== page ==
Aleksander Throws Marie Antoinette-Themed Cake Party

How do you define decadence in a town saturated in it? If you're Adam Aleksander, the madcap man behind some of the city's most off-the-wall parties, you simply serve cake, all in the spirit of Marie Antoinette of course.

After being approached by The Supper Club six months ago following the success of his Carnival of Ascension dinner parties, Aleksander partnered up with the food enthusiasts for last night's Antoinette-themed pastry party.

Scheming the scandalous soiree, the curly haired mastermind plunged into the world of the Austrian Archduchess, reading her biography and scouring vintage shops for period-appropriate set pieces. When everything had coalesced, including a space provided by uptown brasserie Orsay, all that remained was adding a little debaucherous dazzle.

"I elaborated on the Marie Antoinette concept and created this whole design of a beautiful mess. [The space] is a bright and colorful mess -- like she's been on a three-day bender," Aleksander said, clad in full Versailles-style regalia.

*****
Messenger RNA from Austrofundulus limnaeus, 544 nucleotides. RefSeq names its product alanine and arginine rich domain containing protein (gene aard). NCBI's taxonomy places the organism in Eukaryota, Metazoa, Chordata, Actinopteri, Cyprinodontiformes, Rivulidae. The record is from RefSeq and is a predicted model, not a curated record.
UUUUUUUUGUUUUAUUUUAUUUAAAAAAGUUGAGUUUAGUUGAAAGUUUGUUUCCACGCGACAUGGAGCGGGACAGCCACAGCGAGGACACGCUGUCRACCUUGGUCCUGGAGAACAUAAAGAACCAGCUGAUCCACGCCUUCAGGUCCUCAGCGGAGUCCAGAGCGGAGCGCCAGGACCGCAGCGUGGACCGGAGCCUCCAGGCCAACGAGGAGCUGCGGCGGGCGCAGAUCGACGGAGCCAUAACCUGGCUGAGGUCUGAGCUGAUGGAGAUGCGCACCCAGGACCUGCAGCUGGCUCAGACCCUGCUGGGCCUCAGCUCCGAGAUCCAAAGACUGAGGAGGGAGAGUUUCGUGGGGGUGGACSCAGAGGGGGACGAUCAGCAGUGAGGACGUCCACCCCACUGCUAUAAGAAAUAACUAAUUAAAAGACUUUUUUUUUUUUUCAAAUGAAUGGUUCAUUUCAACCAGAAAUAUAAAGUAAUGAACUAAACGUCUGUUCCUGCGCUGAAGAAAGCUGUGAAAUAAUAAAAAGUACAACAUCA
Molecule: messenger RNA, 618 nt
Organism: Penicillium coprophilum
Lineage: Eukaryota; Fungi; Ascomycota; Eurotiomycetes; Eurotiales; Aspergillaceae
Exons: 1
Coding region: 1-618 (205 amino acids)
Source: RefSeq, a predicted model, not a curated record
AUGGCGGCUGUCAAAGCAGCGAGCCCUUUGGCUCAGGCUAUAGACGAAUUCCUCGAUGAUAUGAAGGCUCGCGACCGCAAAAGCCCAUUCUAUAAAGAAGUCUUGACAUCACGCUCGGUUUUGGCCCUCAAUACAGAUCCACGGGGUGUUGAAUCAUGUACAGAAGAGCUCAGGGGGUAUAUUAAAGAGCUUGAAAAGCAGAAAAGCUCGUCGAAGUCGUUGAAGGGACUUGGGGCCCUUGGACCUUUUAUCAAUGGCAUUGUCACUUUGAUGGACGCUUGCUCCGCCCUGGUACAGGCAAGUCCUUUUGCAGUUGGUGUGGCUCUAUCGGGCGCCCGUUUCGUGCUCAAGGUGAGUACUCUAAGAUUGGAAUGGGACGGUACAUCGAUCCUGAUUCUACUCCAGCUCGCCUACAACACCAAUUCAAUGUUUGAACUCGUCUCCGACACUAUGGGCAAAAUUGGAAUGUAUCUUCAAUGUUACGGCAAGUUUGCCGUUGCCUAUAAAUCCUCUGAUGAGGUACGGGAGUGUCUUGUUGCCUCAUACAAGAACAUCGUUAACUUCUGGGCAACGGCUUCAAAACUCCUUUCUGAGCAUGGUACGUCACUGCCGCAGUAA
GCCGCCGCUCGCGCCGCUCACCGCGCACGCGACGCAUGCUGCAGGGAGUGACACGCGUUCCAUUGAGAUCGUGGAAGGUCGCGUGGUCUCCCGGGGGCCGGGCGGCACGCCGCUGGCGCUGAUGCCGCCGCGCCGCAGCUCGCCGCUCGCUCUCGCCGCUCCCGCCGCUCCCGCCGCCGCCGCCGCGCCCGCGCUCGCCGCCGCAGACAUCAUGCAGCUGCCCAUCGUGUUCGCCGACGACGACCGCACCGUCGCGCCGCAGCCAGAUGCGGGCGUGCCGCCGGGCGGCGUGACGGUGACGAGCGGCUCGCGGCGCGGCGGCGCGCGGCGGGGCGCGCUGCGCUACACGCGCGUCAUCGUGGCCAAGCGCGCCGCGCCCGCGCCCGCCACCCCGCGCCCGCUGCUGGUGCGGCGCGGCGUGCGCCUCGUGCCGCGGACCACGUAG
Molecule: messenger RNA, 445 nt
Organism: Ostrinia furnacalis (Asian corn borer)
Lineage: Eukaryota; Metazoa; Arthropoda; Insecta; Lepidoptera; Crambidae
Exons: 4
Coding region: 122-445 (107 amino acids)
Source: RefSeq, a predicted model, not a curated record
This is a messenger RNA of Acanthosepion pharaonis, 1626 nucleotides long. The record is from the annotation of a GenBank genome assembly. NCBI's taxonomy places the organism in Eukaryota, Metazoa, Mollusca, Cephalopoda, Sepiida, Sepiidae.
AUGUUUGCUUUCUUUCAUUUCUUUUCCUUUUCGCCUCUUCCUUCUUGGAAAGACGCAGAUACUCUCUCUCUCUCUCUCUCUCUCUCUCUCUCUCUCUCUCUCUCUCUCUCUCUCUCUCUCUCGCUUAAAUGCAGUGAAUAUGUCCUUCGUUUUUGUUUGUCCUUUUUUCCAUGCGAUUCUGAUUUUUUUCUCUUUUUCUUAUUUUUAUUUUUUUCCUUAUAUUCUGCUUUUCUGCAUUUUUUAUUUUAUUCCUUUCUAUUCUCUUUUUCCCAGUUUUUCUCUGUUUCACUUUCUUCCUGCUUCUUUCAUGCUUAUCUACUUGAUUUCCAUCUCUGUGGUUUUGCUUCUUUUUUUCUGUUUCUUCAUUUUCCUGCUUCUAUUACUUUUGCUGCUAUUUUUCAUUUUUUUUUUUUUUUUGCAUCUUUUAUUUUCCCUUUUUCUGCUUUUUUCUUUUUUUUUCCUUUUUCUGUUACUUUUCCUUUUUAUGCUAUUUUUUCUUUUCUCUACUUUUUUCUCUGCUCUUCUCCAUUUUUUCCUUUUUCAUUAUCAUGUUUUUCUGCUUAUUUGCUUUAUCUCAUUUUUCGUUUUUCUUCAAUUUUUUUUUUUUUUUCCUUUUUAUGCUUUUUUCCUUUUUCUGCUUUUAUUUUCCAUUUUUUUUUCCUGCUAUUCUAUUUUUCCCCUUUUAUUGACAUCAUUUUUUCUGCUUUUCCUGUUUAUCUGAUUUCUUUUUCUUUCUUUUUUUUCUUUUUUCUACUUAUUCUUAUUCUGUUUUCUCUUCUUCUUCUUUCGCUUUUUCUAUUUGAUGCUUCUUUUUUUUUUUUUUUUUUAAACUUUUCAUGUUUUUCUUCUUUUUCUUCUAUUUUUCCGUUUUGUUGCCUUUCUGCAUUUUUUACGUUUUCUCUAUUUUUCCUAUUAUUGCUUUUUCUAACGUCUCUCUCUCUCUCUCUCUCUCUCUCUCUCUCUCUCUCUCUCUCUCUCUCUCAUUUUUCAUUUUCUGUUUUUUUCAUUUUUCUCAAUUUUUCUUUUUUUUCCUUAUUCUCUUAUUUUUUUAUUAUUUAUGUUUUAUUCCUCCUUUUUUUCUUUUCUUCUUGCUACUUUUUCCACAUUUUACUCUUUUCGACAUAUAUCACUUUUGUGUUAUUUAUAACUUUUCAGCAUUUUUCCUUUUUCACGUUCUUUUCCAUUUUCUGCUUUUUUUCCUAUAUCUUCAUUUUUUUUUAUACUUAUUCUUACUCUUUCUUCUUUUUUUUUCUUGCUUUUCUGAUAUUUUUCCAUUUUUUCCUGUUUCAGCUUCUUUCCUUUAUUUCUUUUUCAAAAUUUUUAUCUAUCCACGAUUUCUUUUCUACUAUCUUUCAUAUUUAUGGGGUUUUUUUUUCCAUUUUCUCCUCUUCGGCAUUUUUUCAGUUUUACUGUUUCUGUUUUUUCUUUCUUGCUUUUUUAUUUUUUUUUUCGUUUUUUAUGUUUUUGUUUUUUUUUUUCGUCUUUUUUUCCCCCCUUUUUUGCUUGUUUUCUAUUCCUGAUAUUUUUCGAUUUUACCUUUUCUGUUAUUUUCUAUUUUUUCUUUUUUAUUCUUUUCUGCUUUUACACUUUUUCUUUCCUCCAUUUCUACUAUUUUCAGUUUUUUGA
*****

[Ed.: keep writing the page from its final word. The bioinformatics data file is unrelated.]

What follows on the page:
The aftermath of this imagined whirlwind of excess felt like a party-girls' boudoir circa the morning-after, all errant champagne bottles, dripping candlesticks, dusty copies of Goethe, neon-died fabrics and even a four-foot broadsword. There was a towering cake too, as well as an elaborate cutting ceremony, but since TLC’s "Cake Boss" was there filming a future episode, everyone was sworn to secrecy about the delicious details (seriously, they’ve threatened to give everyone the guillotine).

Guests got into the bratty fun afoot, sporting wigs, powdered faces and fake molls while indulging in eclairs and cutting loose to 60s-era French pop and New Order cuts. At one point, two ladies-in-waiting hand fed a very embarrassed-looking male reveler.

"It's all sexiness," Aleksander laughed.

But, in Aleksander's world, it's also all about participation. Not only were guest encouraged to live in the moment (a la Antoinette) last night, but the role-playing started much earlier -- RSVP'd revelers received customized emails 24-hours prior to the festivities describing what character in Marie Antoinette's life they'd be portraying.

"The big breakthrough with this event is that it started right when people RSVP'd,” he beamed.

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